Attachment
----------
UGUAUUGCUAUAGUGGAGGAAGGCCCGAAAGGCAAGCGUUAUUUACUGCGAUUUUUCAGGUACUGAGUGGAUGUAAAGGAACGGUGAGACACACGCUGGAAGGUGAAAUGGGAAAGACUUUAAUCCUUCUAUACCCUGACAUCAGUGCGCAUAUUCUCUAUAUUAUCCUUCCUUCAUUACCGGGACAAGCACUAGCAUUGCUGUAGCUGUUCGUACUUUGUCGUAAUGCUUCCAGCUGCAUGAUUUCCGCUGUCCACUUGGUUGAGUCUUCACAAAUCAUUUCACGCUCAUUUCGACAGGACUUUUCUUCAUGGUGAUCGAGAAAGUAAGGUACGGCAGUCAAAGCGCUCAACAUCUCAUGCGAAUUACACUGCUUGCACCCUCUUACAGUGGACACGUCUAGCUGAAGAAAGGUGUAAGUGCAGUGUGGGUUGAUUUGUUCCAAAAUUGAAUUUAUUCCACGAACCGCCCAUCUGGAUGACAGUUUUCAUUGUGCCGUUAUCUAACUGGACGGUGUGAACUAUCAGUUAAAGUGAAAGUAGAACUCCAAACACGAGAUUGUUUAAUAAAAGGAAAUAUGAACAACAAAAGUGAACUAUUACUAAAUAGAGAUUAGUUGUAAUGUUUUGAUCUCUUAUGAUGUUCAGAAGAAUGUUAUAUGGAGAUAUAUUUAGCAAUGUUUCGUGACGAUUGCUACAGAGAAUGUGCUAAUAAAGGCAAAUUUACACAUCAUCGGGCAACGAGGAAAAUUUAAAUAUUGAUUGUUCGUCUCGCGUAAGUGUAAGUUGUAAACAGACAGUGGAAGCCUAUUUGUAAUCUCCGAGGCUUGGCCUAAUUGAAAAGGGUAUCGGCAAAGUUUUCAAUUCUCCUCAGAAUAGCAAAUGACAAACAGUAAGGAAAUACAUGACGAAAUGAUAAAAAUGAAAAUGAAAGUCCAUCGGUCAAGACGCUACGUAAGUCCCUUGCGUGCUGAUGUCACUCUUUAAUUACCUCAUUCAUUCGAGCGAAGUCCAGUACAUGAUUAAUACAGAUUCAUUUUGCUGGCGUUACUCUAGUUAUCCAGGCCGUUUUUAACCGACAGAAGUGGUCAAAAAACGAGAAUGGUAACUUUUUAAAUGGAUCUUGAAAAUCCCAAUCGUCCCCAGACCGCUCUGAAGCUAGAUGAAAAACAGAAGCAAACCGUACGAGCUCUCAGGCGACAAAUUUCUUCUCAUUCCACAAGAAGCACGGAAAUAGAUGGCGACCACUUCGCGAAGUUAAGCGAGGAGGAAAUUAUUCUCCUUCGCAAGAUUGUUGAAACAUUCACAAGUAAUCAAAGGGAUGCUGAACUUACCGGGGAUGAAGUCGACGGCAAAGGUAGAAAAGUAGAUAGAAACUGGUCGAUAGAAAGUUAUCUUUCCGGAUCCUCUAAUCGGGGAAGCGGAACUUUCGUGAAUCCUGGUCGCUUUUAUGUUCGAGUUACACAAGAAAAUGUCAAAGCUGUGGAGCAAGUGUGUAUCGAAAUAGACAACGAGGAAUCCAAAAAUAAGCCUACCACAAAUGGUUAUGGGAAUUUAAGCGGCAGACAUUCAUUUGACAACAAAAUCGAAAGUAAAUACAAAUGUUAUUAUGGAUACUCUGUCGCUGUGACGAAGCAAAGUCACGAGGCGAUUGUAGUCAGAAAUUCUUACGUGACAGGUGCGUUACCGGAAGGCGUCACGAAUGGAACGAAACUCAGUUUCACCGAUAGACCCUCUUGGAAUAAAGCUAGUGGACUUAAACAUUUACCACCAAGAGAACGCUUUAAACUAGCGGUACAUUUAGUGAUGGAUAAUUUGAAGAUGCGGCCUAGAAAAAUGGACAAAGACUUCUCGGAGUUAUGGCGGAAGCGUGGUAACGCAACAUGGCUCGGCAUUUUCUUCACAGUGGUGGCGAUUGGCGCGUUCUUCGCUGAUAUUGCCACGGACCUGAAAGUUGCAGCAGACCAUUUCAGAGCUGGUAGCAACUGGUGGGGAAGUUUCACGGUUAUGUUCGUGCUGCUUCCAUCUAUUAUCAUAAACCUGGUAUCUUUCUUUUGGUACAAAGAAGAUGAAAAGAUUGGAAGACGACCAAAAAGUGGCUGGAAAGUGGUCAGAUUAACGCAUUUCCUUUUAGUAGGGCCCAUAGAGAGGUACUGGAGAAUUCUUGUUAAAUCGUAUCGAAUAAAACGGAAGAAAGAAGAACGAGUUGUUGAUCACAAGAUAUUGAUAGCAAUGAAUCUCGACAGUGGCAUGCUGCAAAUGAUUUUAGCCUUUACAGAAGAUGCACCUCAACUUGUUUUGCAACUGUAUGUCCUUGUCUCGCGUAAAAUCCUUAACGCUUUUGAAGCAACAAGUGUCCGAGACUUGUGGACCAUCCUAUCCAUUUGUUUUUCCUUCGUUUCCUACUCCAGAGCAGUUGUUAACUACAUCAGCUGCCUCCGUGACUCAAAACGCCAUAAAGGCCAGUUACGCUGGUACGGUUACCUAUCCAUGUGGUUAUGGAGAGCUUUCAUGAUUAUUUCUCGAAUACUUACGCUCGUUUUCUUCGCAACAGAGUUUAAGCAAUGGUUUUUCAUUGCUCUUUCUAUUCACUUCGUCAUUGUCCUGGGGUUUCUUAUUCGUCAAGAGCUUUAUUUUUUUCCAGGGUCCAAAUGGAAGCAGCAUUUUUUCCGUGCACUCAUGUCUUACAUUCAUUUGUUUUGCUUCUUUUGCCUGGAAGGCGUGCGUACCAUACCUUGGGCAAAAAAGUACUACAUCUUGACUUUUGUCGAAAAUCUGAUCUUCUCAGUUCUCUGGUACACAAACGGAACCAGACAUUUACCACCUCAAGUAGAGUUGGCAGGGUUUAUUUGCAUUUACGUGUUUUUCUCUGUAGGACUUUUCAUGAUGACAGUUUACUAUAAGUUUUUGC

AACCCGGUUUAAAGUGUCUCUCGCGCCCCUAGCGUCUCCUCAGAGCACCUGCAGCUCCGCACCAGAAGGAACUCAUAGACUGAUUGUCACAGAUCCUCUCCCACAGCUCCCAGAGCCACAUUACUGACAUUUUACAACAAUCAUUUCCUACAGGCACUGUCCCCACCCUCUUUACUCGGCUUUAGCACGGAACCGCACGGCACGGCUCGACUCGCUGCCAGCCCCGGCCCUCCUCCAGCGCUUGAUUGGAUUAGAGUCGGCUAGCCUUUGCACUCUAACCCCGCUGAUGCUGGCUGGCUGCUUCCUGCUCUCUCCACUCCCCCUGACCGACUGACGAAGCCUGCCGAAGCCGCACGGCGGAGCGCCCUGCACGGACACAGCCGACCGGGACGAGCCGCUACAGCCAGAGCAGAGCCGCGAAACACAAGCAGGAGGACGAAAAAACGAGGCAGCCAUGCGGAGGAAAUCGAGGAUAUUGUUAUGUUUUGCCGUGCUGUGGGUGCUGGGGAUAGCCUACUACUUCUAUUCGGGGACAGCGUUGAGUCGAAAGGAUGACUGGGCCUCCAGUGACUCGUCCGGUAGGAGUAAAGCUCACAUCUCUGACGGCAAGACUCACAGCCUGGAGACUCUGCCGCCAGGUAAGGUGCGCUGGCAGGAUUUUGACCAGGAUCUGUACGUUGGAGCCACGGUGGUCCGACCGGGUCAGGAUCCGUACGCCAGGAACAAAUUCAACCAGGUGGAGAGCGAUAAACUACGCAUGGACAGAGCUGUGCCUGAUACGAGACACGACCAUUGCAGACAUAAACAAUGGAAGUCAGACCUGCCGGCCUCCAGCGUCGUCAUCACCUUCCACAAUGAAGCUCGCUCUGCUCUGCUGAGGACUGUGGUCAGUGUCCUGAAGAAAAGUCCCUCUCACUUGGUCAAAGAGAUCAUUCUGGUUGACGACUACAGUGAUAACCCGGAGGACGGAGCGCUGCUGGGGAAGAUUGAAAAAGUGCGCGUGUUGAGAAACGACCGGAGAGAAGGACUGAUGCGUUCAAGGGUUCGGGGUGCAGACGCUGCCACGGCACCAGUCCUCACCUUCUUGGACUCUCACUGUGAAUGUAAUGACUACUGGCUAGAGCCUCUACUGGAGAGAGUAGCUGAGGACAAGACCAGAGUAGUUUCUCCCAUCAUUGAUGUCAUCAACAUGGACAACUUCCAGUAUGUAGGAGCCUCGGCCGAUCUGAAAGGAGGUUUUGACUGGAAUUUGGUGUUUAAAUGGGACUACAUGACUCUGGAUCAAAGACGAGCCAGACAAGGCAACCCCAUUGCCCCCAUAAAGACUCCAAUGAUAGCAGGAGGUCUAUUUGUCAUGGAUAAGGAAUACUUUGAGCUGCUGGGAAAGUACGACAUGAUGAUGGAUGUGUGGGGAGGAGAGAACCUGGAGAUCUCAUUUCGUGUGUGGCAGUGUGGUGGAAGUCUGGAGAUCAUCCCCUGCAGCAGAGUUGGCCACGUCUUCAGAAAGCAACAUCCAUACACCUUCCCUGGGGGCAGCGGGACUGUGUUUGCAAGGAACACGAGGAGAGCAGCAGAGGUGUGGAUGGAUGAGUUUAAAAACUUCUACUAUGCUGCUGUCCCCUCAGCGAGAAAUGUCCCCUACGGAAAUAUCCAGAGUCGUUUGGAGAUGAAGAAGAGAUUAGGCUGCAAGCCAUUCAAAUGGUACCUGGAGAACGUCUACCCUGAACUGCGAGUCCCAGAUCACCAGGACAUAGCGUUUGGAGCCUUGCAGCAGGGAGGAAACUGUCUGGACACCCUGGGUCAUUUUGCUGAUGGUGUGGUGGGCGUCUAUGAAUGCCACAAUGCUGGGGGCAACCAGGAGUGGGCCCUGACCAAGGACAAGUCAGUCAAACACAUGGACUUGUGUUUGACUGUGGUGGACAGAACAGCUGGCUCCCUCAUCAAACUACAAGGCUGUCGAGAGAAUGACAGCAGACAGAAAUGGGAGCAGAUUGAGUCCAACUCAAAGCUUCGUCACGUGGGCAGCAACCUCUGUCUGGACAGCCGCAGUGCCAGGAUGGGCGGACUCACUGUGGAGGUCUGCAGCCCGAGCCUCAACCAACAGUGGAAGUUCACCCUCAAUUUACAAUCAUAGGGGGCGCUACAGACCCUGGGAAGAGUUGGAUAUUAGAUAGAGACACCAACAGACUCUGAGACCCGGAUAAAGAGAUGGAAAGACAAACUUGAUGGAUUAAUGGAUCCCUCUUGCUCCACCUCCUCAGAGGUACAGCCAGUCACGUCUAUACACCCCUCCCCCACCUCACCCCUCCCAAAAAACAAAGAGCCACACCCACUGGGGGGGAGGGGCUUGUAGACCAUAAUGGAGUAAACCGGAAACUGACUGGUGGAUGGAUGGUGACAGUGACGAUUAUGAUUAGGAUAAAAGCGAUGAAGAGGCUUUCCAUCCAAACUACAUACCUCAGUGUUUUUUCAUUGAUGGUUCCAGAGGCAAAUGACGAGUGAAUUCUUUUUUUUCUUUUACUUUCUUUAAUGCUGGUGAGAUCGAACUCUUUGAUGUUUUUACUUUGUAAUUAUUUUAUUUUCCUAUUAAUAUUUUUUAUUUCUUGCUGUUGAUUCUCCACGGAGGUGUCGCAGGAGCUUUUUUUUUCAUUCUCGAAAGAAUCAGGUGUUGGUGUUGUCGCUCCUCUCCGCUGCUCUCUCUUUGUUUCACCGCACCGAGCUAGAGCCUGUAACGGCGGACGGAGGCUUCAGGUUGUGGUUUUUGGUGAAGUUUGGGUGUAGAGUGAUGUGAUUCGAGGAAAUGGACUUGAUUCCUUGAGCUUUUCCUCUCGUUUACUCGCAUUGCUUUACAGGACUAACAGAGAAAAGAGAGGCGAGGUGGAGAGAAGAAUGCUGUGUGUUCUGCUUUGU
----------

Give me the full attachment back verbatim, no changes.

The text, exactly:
UGUAUUGCUAUAGUGGAGGAAGGCCCGAAAGGCAAGCGUUAUUUACUGCGAUUUUUCAGGUACUGAGUGGAUGUAAAGGAACGGUGAGACACACGCUGGAAGGUGAAAUGGGAAAGACUUUAAUCCUUCUAUACCCUGACAUCAGUGCGCAUAUUCUCUAUAUUAUCCUUCCUUCAUUACCGGGACAAGCACUAGCAUUGCUGUAGCUGUUCGUACUUUGUCGUAAUGCUUCCAGCUGCAUGAUUUCCGCUGUCCACUUGGUUGAGUCUUCACAAAUCAUUUCACGCUCAUUUCGACAGGACUUUUCUUCAUGGUGAUCGAGAAAGUAAGGUACGGCAGUCAAAGCGCUCAACAUCUCAUGCGAAUUACACUGCUUGCACCCUCUUACAGUGGACACGUCUAGCUGAAGAAAGGUGUAAGUGCAGUGUGGGUUGAUUUGUUCCAAAAUUGAAUUUAUUCCACGAACCGCCCAUCUGGAUGACAGUUUUCAUUGUGCCGUUAUCUAACUGGACGGUGUGAACUAUCAGUUAAAGUGAAAGUAGAACUCCAAACACGAGAUUGUUUAAUAAAAGGAAAUAUGAACAACAAAAGUGAACUAUUACUAAAUAGAGAUUAGUUGUAAUGUUUUGAUCUCUUAUGAUGUUCAGAAGAAUGUUAUAUGGAGAUAUAUUUAGCAAUGUUUCGUGACGAUUGCUACAGAGAAUGUGCUAAUAAAGGCAAAUUUACACAUCAUCGGGCAACGAGGAAAAUUUAAAUAUUGAUUGUUCGUCUCGCGUAAGUGUAAGUUGUAAACAGACAGUGGAAGCCUAUUUGUAAUCUCCGAGGCUUGGCCUAAUUGAAAAGGGUAUCGGCAAAGUUUUCAAUUCUCCUCAGAAUAGCAAAUGACAAACAGUAAGGAAAUACAUGACGAAAUGAUAAAAAUGAAAAUGAAAGUCCAUCGGUCAAGACGCUACGUAAGUCCCUUGCGUGCUGAUGUCACUCUUUAAUUACCUCAUUCAUUCGAGCGAAGUCCAGUACAUGAUUAAUACAGAUUCAUUUUGCUGGCGUUACUCUAGUUAUCCAGGCCGUUUUUAACCGACAGAAGUGGUCAAAAAACGAGAAUGGUAACUUUUUAAAUGGAUCUUGAAAAUCCCAAUCGUCCCCAGACCGCUCUGAAGCUAGAUGAAAAACAGAAGCAAACCGUACGAGCUCUCAGGCGACAAAUUUCUUCUCAUUCCACAAGAAGCACGGAAAUAGAUGGCGACCACUUCGCGAAGUUAAGCGAGGAGGAAAUUAUUCUCCUUCGCAAGAUUGUUGAAACAUUCACAAGUAAUCAAAGGGAUGCUGAACUUACCGGGGAUGAAGUCGACGGCAAAGGUAGAAAAGUAGAUAGAAACUGGUCGAUAGAAAGUUAUCUUUCCGGAUCCUCUAAUCGGGGAAGCGGAACUUUCGUGAAUCCUGGUCGCUUUUAUGUUCGAGUUACACAAGAAAAUGUCAAAGCUGUGGAGCAAGUGUGUAUCGAAAUAGACAACGAGGAAUCCAAAAAUAAGCCUACCACAAAUGGUUAUGGGAAUUUAAGCGGCAGACAUUCAUUUGACAACAAAAUCGAAAGUAAAUACAAAUGUUAUUAUGGAUACUCUGUCGCUGUGACGAAGCAAAGUCACGAGGCGAUUGUAGUCAGAAAUUCUUACGUGACAGGUGCGUUACCGGAAGGCGUCACGAAUGGAACGAAACUCAGUUUCACCGAUAGACCCUCUUGGAAUAAAGCUAGUGGACUUAAACAUUUACCACCAAGAGAACGCUUUAAACUAGCGGUACAUUUAGUGAUGGAUAAUUUGAAGAUGCGGCCUAGAAAAAUGGACAAAGACUUCUCGGAGUUAUGGCGGAAGCGUGGUAACGCAACAUGGCUCGGCAUUUUCUUCACAGUGGUGGCGAUUGGCGCGUUCUUCGCUGAUAUUGCCACGGACCUGAAAGUUGCAGCAGACCAUUUCAGAGCUGGUAGCAACUGGUGGGGAAGUUUCACGGUUAUGUUCGUGCUGCUUCCAUCUAUUAUCAUAAACCUGGUAUCUUUCUUUUGGUACAAAGAAGAUGAAAAGAUUGGAAGACGACCAAAAAGUGGCUGGAAAGUGGUCAGAUUAACGCAUUUCCUUUUAGUAGGGCCCAUAGAGAGGUACUGGAGAAUUCUUGUUAAAUCGUAUCGAAUAAAACGGAAGAAAGAAGAACGAGUUGUUGAUCACAAGAUAUUGAUAGCAAUGAAUCUCGACAGUGGCAUGCUGCAAAUGAUUUUAGCCUUUACAGAAGAUGCACCUCAACUUGUUUUGCAACUGUAUGUCCUUGUCUCGCGUAAAAUCCUUAACGCUUUUGAAGCAACAAGUGUCCGAGACUUGUGGACCAUCCUAUCCAUUUGUUUUUCCUUCGUUUCCUACUCCAGAGCAGUUGUUAACUACAUCAGCUGCCUCCGUGACUCAAAACGCCAUAAAGGCCAGUUACGCUGGUACGGUUACCUAUCCAUGUGGUUAUGGAGAGCUUUCAUGAUUAUUUCUCGAAUACUUACGCUCGUUUUCUUCGCAACAGAGUUUAAGCAAUGGUUUUUCAUUGCUCUUUCUAUUCACUUCGUCAUUGUCCUGGGGUUUCUUAUUCGUCAAGAGCUUUAUUUUUUUCCAGGGUCCAAAUGGAAGCAGCAUUUUUUCCGUGCACUCAUGUCUUACAUUCAUUUGUUUUGCUUCUUUUGCCUGGAAGGCGUGCGUACCAUACCUUGGGCAAAAAAGUACUACAUCUUGACUUUUGUCGAAAAUCUGAUCUUCUCAGUUCUCUGGUACACAAACGGAACCAGACAUUUACCACCUCAAGUAGAGUUGGCAGGGUUUAUUUGCAUUUACGUGUUUUUCUCUGUAGGACUUUUCAUGAUGACAGUUUACUAUAAGUUUUUGC

AACCCGGUUUAAAGUGUCUCUCGCGCCCCUAGCGUCUCCUCAGAGCACCUGCAGCUCCGCACCAGAAGGAACUCAUAGACUGAUUGUCACAGAUCCUCUCCCACAGCUCCCAGAGCCACAUUACUGACAUUUUACAACAAUCAUUUCCUACAGGCACUGUCCCCACCCUCUUUACUCGGCUUUAGCACGGAACCGCACGGCACGGCUCGACUCGCUGCCAGCCCCGGCCCUCCUCCAGCGCUUGAUUGGAUUAGAGUCGGCUAGCCUUUGCACUCUAACCCCGCUGAUGCUGGCUGGCUGCUUCCUGCUCUCUCCACUCCCCCUGACCGACUGACGAAGCCUGCCGAAGCCGCACGGCGGAGCGCCCUGCACGGACACAGCCGACCGGGACGAGCCGCUACAGCCAGAGCAGAGCCGCGAAACACAAGCAGGAGGACGAAAAAACGAGGCAGCCAUGCGGAGGAAAUCGAGGAUAUUGUUAUGUUUUGCCGUGCUGUGGGUGCUGGGGAUAGCCUACUACUUCUAUUCGGGGACAGCGUUGAGUCGAAAGGAUGACUGGGCCUCCAGUGACUCGUCCGGUAGGAGUAAAGCUCACAUCUCUGACGGCAAGACUCACAGCCUGGAGACUCUGCCGCCAGGUAAGGUGCGCUGGCAGGAUUUUGACCAGGAUCUGUACGUUGGAGCCACGGUGGUCCGACCGGGUCAGGAUCCGUACGCCAGGAACAAAUUCAACCAGGUGGAGAGCGAUAAACUACGCAUGGACAGAGCUGUGCCUGAUACGAGACACGACCAUUGCAGACAUAAACAAUGGAAGUCAGACCUGCCGGCCUCCAGCGUCGUCAUCACCUUCCACAAUGAAGCUCGCUCUGCUCUGCUGAGGACUGUGGUCAGUGUCCUGAAGAAAAGUCCCUCUCACUUGGUCAAAGAGAUCAUUCUGGUUGACGACUACAGUGAUAACCCGGAGGACGGAGCGCUGCUGGGGAAGAUUGAAAAAGUGCGCGUGUUGAGAAACGACCGGAGAGAAGGACUGAUGCGUUCAAGGGUUCGGGGUGCAGACGCUGCCACGGCACCAGUCCUCACCUUCUUGGACUCUCACUGUGAAUGUAAUGACUACUGGCUAGAGCCUCUACUGGAGAGAGUAGCUGAGGACAAGACCAGAGUAGUUUCUCCCAUCAUUGAUGUCAUCAACAUGGACAACUUCCAGUAUGUAGGAGCCUCGGCCGAUCUGAAAGGAGGUUUUGACUGGAAUUUGGUGUUUAAAUGGGACUACAUGACUCUGGAUCAAAGACGAGCCAGACAAGGCAACCCCAUUGCCCCCAUAAAGACUCCAAUGAUAGCAGGAGGUCUAUUUGUCAUGGAUAAGGAAUACUUUGAGCUGCUGGGAAAGUACGACAUGAUGAUGGAUGUGUGGGGAGGAGAGAACCUGGAGAUCUCAUUUCGUGUGUGGCAGUGUGGUGGAAGUCUGGAGAUCAUCCCCUGCAGCAGAGUUGGCCACGUCUUCAGAAAGCAACAUCCAUACACCUUCCCUGGGGGCAGCGGGACUGUGUUUGCAAGGAACACGAGGAGAGCAGCAGAGGUGUGGAUGGAUGAGUUUAAAAACUUCUACUAUGCUGCUGUCCCCUCAGCGAGAAAUGUCCCCUACGGAAAUAUCCAGAGUCGUUUGGAGAUGAAGAAGAGAUUAGGCUGCAAGCCAUUCAAAUGGUACCUGGAGAACGUCUACCCUGAACUGCGAGUCCCAGAUCACCAGGACAUAGCGUUUGGAGCCUUGCAGCAGGGAGGAAACUGUCUGGACACCCUGGGUCAUUUUGCUGAUGGUGUGGUGGGCGUCUAUGAAUGCCACAAUGCUGGGGGCAACCAGGAGUGGGCCCUGACCAAGGACAAGUCAGUCAAACACAUGGACUUGUGUUUGACUGUGGUGGACAGAACAGCUGGCUCCCUCAUCAAACUACAAGGCUGUCGAGAGAAUGACAGCAGACAGAAAUGGGAGCAGAUUGAGUCCAACUCAAAGCUUCGUCACGUGGGCAGCAACCUCUGUCUGGACAGCCGCAGUGCCAGGAUGGGCGGACUCACUGUGGAGGUCUGCAGCCCGAGCCUCAACCAACAGUGGAAGUUCACCCUCAAUUUACAAUCAUAGGGGGCGCUACAGACCCUGGGAAGAGUUGGAUAUUAGAUAGAGACACCAACAGACUCUGAGACCCGGAUAAAGAGAUGGAAAGACAAACUUGAUGGAUUAAUGGAUCCCUCUUGCUCCACCUCCUCAGAGGUACAGCCAGUCACGUCUAUACACCCCUCCCCCACCUCACCCCUCCCAAAAAACAAAGAGCCACACCCACUGGGGGGGAGGGGCUUGUAGACCAUAAUGGAGUAAACCGGAAACUGACUGGUGGAUGGAUGGUGACAGUGACGAUUAUGAUUAGGAUAAAAGCGAUGAAGAGGCUUUCCAUCCAAACUACAUACCUCAGUGUUUUUUCAUUGAUGGUUCCAGAGGCAAAUGACGAGUGAAUUCUUUUUUUUCUUUUACUUUCUUUAAUGCUGGUGAGAUCGAACUCUUUGAUGUUUUUACUUUGUAAUUAUUUUAUUUUCCUAUUAAUAUUUUUUAUUUCUUGCUGUUGAUUCUCCACGGAGGUGUCGCAGGAGCUUUUUUUUUCAUUCUCGAAAGAAUCAGGUGUUGGUGUUGUCGCUCCUCUCCGCUGCUCUCUCUUUGUUUCACCGCACCGAGCUAGAGCCUGUAACGGCGGACGGAGGCUUCAGGUUGUGGUUUUUGGUGAAGUUUGGGUGUAGAGUGAUGUGAUUCGAGGAAAUGGACUUGAUUCCUUGAGCUUUUCCUCUCGUUUACUCGCAUUGCUUUACAGGACUAACAGAGAAAAGAGAGGCGAGGUGGAGAGAAGAAUGCUGUGUGUUCUGCUUUGU